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By Yoko Kubota

RIKUZENTAKATA, Japan (Reuters) - Japanese police painstakingly search the river and shoreline for bodies of the missing a year after the huge earthquake and tsunami swept away large areas of the fishing town of Rikuzentakata.

Once renowned for a fine beach and seaside pine thicket nestled beneath mountains, the town is now synonymous with the destruction and widespread death wrought by the triple disaster.

What had been the town centre is mostly abandoned and dotted with piles of brown rubble and a ruined town hall. A single pine overlooking a becalmed sea is all that remains of the thicket.

The 16-metre (50-foot) wall of water that swallowed the city centre took the lives of 1,555 of its 24,240 residents. A total of 288 are still listed as missing in the town, 400 km (250 miles) northeast of Tokyo.

Police and the coast guard have for months been sending divers into the sea and draining rice paddies in the hope of finding bodies. Of late, they have responded to requests to search specific areas from families seeking closure.

"If we work hard, the deceased's spirits will hear our call. We are keeping our eyes wide open and looking carefully," said Kaname Endo, an officer from a destroyed seaside police station that lost five of its 12 staff.

On Friday, about 20 uniformed officers in gumboots and orange life vests, carrying shovels and buckets, combed muddy gutters near the port -- one of the few areas still to be searched. An excavator removed concrete slabs and swept mud out of a particularly deep gutter.

The morning search produces no results and the officers are told again they must be careful while proceeding.

Masahiko Saito, another officer, says search efforts turned up a corpse in the Kesen River in February and body parts in the fishing port. Most discoveries have been only of body parts or bones.

"Bodies might come up by the sea at a spot that was clear before, so we need to search many times," Endo said.

"It's not a matter of these bodies being dirty or smelly. We consider them as something that needs to be treated very carefully so that they can be returned to their family members."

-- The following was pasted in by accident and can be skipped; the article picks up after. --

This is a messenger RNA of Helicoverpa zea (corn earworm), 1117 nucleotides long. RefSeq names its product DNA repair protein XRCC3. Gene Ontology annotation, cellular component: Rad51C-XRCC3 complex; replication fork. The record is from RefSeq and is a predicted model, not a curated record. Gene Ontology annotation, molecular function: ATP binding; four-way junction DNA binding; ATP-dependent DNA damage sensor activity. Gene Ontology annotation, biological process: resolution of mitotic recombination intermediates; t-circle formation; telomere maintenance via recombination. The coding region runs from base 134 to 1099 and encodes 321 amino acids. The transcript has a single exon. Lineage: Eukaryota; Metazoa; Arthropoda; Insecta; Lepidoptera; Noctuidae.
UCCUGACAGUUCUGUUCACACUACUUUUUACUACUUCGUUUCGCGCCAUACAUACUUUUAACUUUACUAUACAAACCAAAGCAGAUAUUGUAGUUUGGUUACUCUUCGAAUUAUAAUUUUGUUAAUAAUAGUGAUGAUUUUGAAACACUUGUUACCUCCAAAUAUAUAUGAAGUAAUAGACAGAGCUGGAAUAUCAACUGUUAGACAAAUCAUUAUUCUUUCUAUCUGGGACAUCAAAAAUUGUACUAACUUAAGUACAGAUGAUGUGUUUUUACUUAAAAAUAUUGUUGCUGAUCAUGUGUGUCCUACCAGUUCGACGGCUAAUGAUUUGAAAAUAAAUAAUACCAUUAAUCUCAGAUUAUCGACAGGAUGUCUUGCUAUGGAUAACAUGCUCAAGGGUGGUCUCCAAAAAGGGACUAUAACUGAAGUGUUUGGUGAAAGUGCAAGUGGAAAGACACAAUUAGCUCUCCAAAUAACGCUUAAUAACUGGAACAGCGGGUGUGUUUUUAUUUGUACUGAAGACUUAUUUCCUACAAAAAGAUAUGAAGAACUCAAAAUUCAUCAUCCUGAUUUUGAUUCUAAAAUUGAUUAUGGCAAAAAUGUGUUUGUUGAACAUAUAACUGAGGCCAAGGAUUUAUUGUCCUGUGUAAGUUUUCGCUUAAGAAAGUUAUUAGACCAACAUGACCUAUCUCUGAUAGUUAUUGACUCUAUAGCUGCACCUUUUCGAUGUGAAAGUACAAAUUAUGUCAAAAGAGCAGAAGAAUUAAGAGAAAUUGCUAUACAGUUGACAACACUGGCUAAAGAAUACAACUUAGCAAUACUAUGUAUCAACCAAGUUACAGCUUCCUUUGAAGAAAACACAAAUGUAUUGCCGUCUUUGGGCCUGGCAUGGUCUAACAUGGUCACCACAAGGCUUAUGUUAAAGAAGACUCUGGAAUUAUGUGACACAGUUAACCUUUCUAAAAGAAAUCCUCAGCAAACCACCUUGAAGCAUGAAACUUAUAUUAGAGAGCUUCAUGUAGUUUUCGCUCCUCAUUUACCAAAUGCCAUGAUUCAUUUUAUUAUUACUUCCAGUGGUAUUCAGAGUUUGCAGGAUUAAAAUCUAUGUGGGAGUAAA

While most of the debris that covered the city centre in the aftermath of the tsunami has been moved to designated locations, the main commercial area remains virtually deserted, dotted only by traffic lights and electricity poles. The sea, once obscured by buildings and houses, can be seen from hundreds of meters away amid the flattened landscape. The only sounds are the roar of building equipment and the chirping of birds.

Most activity now takes place in outlying areas left intact, with residents rehoused in temporary accommodation on higher ground and supermarkets set up in make-shift buildings. Town officials conduct business from temporary quarters away from the seafront.

WRECKED TOWN HALL

At the wrecked town hall, filthy books and furniture remain strewn about and red "X" marks are spraypainted on the walls in areas where searches for bodies have taken place.

A carpet of mud and wires dangling from the ceiling illustrate the force of the waves that rammed the building, sweeping away nearly 70 officials.

Mayor Futoshi Toba, who lost his wife to the tsunami, said the city had yet to start the rebuilding phase.

"We have been working hard to meet our immediate needs up until now. But we have compiled the city's reconstruction plan," he told Reuters from the make-shift town hall.

"From the start of the new fiscal year in April, I think we may be able to start working on rebuilding the city."

But stability, he said, brought greater public demands.

"After March 11, people were happy to be able to drink a sip of water. The next day, they were able to drink more water. Then they could eat a riceball, or have some soup," he said.

"But now, we have come to a halt. It takes time to build public housing since we have to open up space in the mountains and build roads, water pipes and bring power there. "...We have to act quickly and do things that people can see with their own eyes... We need to help those who are truly in trouble, and those who can figure out a way themselves must learn to be independent."

Recovering the bodies of lost family members is an essential step for coming to terms with their death, said Asami Maekawa, a professor of psychology at Tokyo Women's Christian University.

"In the process of mourning and accepting death, it is necessary to face the reality of death, and a very clear example of this is to face the dead body," she said.

"If people try to keep their loved ones' memories in their mind without going through the process of facing the reality, it is not a complete process, leaving their minds vulnerable."

But facing death and rebuilding shattered lives means many thousands struggling with depression and other health issues.

About 40 percent of surveyed residents in Rikuzentakata are suspected of having sleeping disorders. Nearly 6 percent showed signs of serious psychological problems, according to a study led by Kiyomi Sakata, a professor at Iwate Medical University.

In the meantime, the dogged search for bodies goes on.

"Some people said that we should stop searching since it has been a year. But there are bodies that have not been found yet," said police officer Endo. "We will go on until we know for sure that there will be no more."

(Editing by Ron Popeski)

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